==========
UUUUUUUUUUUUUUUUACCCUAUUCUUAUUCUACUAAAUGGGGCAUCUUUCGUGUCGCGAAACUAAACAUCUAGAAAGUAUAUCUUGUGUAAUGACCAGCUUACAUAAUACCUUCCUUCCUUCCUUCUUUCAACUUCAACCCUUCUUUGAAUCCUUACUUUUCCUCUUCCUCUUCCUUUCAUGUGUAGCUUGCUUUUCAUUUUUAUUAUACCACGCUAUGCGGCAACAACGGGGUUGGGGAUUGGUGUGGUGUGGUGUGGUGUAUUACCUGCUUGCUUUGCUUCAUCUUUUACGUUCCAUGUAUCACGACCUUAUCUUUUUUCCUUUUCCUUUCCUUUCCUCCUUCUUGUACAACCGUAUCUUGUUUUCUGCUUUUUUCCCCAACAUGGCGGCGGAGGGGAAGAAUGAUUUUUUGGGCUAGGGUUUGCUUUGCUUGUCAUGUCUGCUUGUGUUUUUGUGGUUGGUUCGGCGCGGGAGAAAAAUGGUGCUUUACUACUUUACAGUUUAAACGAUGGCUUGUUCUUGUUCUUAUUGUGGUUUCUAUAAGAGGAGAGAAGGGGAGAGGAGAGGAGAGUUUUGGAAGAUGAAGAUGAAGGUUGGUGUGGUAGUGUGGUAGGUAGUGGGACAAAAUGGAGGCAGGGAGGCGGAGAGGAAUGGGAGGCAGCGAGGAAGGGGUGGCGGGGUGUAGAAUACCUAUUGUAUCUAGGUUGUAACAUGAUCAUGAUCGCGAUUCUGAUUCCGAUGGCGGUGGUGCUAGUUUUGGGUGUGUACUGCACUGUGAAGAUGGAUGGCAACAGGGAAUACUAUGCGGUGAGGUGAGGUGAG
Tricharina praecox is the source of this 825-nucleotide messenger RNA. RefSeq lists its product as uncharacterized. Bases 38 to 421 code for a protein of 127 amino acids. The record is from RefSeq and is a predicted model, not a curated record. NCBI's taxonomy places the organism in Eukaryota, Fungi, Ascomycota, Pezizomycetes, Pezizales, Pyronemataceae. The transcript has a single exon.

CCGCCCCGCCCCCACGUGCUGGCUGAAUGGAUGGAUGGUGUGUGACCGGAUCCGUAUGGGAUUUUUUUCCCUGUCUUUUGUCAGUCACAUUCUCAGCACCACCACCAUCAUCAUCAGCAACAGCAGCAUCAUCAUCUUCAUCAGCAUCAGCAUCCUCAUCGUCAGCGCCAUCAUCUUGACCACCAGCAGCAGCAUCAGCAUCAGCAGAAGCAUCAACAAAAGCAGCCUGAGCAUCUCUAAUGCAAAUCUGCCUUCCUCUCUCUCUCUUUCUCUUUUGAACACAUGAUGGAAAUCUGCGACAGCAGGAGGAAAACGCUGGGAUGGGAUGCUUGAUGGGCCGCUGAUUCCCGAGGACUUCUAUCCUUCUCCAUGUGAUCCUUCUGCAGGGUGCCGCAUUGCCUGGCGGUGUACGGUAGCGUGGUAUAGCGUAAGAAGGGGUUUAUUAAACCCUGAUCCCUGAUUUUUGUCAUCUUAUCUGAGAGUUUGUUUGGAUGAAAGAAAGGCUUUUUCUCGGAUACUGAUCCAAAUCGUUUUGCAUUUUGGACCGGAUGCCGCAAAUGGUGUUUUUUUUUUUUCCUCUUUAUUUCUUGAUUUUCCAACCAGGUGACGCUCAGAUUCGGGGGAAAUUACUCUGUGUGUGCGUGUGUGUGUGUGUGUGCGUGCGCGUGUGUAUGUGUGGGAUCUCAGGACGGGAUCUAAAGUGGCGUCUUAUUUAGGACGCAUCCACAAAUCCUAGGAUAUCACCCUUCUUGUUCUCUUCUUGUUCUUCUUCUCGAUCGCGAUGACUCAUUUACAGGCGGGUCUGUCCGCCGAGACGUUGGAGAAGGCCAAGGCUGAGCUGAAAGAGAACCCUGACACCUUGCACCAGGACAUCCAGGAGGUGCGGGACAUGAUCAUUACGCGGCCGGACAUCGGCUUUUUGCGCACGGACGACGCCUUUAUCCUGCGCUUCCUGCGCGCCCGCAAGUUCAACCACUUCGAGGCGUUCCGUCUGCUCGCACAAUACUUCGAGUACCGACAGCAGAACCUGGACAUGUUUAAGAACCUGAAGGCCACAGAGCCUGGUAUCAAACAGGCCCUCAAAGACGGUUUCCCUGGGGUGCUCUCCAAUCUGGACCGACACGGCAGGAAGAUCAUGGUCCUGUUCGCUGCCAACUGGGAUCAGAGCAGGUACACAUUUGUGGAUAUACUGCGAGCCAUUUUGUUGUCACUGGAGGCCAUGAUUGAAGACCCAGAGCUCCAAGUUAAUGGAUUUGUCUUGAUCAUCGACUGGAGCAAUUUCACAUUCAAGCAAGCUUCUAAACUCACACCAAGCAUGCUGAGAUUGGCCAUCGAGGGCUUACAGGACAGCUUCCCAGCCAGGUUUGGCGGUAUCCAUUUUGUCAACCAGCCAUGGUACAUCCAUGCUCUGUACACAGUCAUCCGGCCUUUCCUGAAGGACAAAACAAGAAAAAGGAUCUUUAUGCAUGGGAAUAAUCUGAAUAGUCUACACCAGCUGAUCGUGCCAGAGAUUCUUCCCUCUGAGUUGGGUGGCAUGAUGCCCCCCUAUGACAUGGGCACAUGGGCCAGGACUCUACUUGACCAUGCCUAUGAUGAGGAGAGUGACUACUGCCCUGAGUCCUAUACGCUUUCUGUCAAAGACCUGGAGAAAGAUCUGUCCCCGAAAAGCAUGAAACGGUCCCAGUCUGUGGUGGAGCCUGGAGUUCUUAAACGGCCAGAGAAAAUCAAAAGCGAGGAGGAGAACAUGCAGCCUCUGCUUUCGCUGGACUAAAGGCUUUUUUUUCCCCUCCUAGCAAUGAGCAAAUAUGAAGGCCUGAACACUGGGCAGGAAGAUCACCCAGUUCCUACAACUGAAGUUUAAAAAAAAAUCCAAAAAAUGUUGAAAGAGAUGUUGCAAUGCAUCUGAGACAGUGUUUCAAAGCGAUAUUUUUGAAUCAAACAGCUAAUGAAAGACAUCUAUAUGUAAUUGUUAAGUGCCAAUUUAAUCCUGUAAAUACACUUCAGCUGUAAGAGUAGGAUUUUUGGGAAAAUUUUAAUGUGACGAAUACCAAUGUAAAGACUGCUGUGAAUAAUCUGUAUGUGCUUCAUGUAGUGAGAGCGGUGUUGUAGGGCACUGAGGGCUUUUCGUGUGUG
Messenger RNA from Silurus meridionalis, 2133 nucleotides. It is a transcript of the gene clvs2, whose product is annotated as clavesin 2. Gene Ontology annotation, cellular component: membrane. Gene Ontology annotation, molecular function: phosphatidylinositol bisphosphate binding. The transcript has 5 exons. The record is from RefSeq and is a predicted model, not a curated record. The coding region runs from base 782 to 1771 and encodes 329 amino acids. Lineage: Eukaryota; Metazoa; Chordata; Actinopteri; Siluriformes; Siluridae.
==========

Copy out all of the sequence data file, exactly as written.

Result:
UUUUUUUUUUUUUUUUACCCUAUUCUUAUUCUACUAAAUGGGGCAUCUUUCGUGUCGCGAAACUAAACAUCUAGAAAGUAUAUCUUGUGUAAUGACCAGCUUACAUAAUACCUUCCUUCCUUCCUUCUUUCAACUUCAACCCUUCUUUGAAUCCUUACUUUUCCUCUUCCUCUUCCUUUCAUGUGUAGCUUGCUUUUCAUUUUUAUUAUACCACGCUAUGCGGCAACAACGGGGUUGGGGAUUGGUGUGGUGUGGUGUGGUGUAUUACCUGCUUGCUUUGCUUCAUCUUUUACGUUCCAUGUAUCACGACCUUAUCUUUUUUCCUUUUCCUUUCCUUUCCUCCUUCUUGUACAACCGUAUCUUGUUUUCUGCUUUUUUCCCCAACAUGGCGGCGGAGGGGAAGAAUGAUUUUUUGGGCUAGGGUUUGCUUUGCUUGUCAUGUCUGCUUGUGUUUUUGUGGUUGGUUCGGCGCGGGAGAAAAAUGGUGCUUUACUACUUUACAGUUUAAACGAUGGCUUGUUCUUGUUCUUAUUGUGGUUUCUAUAAGAGGAGAGAAGGGGAGAGGAGAGGAGAGUUUUGGAAGAUGAAGAUGAAGGUUGGUGUGGUAGUGUGGUAGGUAGUGGGACAAAAUGGAGGCAGGGAGGCGGAGAGGAAUGGGAGGCAGCGAGGAAGGGGUGGCGGGGUGUAGAAUACCUAUUGUAUCUAGGUUGUAACAUGAUCAUGAUCGCGAUUCUGAUUCCGAUGGCGGUGGUGCUAGUUUUGGGUGUGUACUGCACUGUGAAGAUGGAUGGCAACAGGGAAUACUAUGCGGUGAGGUGAGGUGAG
Tricharina praecox is the source of this 825-nucleotide messenger RNA. RefSeq lists its product as uncharacterized. Bases 38 to 421 code for a protein of 127 amino acids. The record is from RefSeq and is a predicted model, not a curated record. NCBI's taxonomy places the organism in Eukaryota, Fungi, Ascomycota, Pezizomycetes, Pezizales, Pyronemataceae. The transcript has a single exon.

CCGCCCCGCCCCCACGUGCUGGCUGAAUGGAUGGAUGGUGUGUGACCGGAUCCGUAUGGGAUUUUUUUCCCUGUCUUUUGUCAGUCACAUUCUCAGCACCACCACCAUCAUCAUCAGCAACAGCAGCAUCAUCAUCUUCAUCAGCAUCAGCAUCCUCAUCGUCAGCGCCAUCAUCUUGACCACCAGCAGCAGCAUCAGCAUCAGCAGAAGCAUCAACAAAAGCAGCCUGAGCAUCUCUAAUGCAAAUCUGCCUUCCUCUCUCUCUCUUUCUCUUUUGAACACAUGAUGGAAAUCUGCGACAGCAGGAGGAAAACGCUGGGAUGGGAUGCUUGAUGGGCCGCUGAUUCCCGAGGACUUCUAUCCUUCUCCAUGUGAUCCUUCUGCAGGGUGCCGCAUUGCCUGGCGGUGUACGGUAGCGUGGUAUAGCGUAAGAAGGGGUUUAUUAAACCCUGAUCCCUGAUUUUUGUCAUCUUAUCUGAGAGUUUGUUUGGAUGAAAGAAAGGCUUUUUCUCGGAUACUGAUCCAAAUCGUUUUGCAUUUUGGACCGGAUGCCGCAAAUGGUGUUUUUUUUUUUUCCUCUUUAUUUCUUGAUUUUCCAACCAGGUGACGCUCAGAUUCGGGGGAAAUUACUCUGUGUGUGCGUGUGUGUGUGUGUGUGCGUGCGCGUGUGUAUGUGUGGGAUCUCAGGACGGGAUCUAAAGUGGCGUCUUAUUUAGGACGCAUCCACAAAUCCUAGGAUAUCACCCUUCUUGUUCUCUUCUUGUUCUUCUUCUCGAUCGCGAUGACUCAUUUACAGGCGGGUCUGUCCGCCGAGACGUUGGAGAAGGCCAAGGCUGAGCUGAAAGAGAACCCUGACACCUUGCACCAGGACAUCCAGGAGGUGCGGGACAUGAUCAUUACGCGGCCGGACAUCGGCUUUUUGCGCACGGACGACGCCUUUAUCCUGCGCUUCCUGCGCGCCCGCAAGUUCAACCACUUCGAGGCGUUCCGUCUGCUCGCACAAUACUUCGAGUACCGACAGCAGAACCUGGACAUGUUUAAGAACCUGAAGGCCACAGAGCCUGGUAUCAAACAGGCCCUCAAAGACGGUUUCCCUGGGGUGCUCUCCAAUCUGGACCGACACGGCAGGAAGAUCAUGGUCCUGUUCGCUGCCAACUGGGAUCAGAGCAGGUACACAUUUGUGGAUAUACUGCGAGCCAUUUUGUUGUCACUGGAGGCCAUGAUUGAAGACCCAGAGCUCCAAGUUAAUGGAUUUGUCUUGAUCAUCGACUGGAGCAAUUUCACAUUCAAGCAAGCUUCUAAACUCACACCAAGCAUGCUGAGAUUGGCCAUCGAGGGCUUACAGGACAGCUUCCCAGCCAGGUUUGGCGGUAUCCAUUUUGUCAACCAGCCAUGGUACAUCCAUGCUCUGUACACAGUCAUCCGGCCUUUCCUGAAGGACAAAACAAGAAAAAGGAUCUUUAUGCAUGGGAAUAAUCUGAAUAGUCUACACCAGCUGAUCGUGCCAGAGAUUCUUCCCUCUGAGUUGGGUGGCAUGAUGCCCCCCUAUGACAUGGGCACAUGGGCCAGGACUCUACUUGACCAUGCCUAUGAUGAGGAGAGUGACUACUGCCCUGAGUCCUAUACGCUUUCUGUCAAAGACCUGGAGAAAGAUCUGUCCCCGAAAAGCAUGAAACGGUCCCAGUCUGUGGUGGAGCCUGGAGUUCUUAAACGGCCAGAGAAAAUCAAAAGCGAGGAGGAGAACAUGCAGCCUCUGCUUUCGCUGGACUAAAGGCUUUUUUUUCCCCUCCUAGCAAUGAGCAAAUAUGAAGGCCUGAACACUGGGCAGGAAGAUCACCCAGUUCCUACAACUGAAGUUUAAAAAAAAAUCCAAAAAAUGUUGAAAGAGAUGUUGCAAUGCAUCUGAGACAGUGUUUCAAAGCGAUAUUUUUGAAUCAAACAGCUAAUGAAAGACAUCUAUAUGUAAUUGUUAAGUGCCAAUUUAAUCCUGUAAAUACACUUCAGCUGUAAGAGUAGGAUUUUUGGGAAAAUUUUAAUGUGACGAAUACCAAUGUAAAGACUGCUGUGAAUAAUCUGUAUGUGCUUCAUGUAGUGAGAGCGGUGUUGUAGGGCACUGAGGGCUUUUCGUGUGUG
Messenger RNA from Silurus meridionalis, 2133 nucleotides. It is a transcript of the gene clvs2, whose product is annotated as clavesin 2. Gene Ontology annotation, cellular component: membrane. Gene Ontology annotation, molecular function: phosphatidylinositol bisphosphate binding. The transcript has 5 exons. The record is from RefSeq and is a predicted model, not a curated record. The coding region runs from base 782 to 1771 and encodes 329 amino acids. Lineage: Eukaryota; Metazoa; Chordata; Actinopteri; Siluriformes; Siluridae.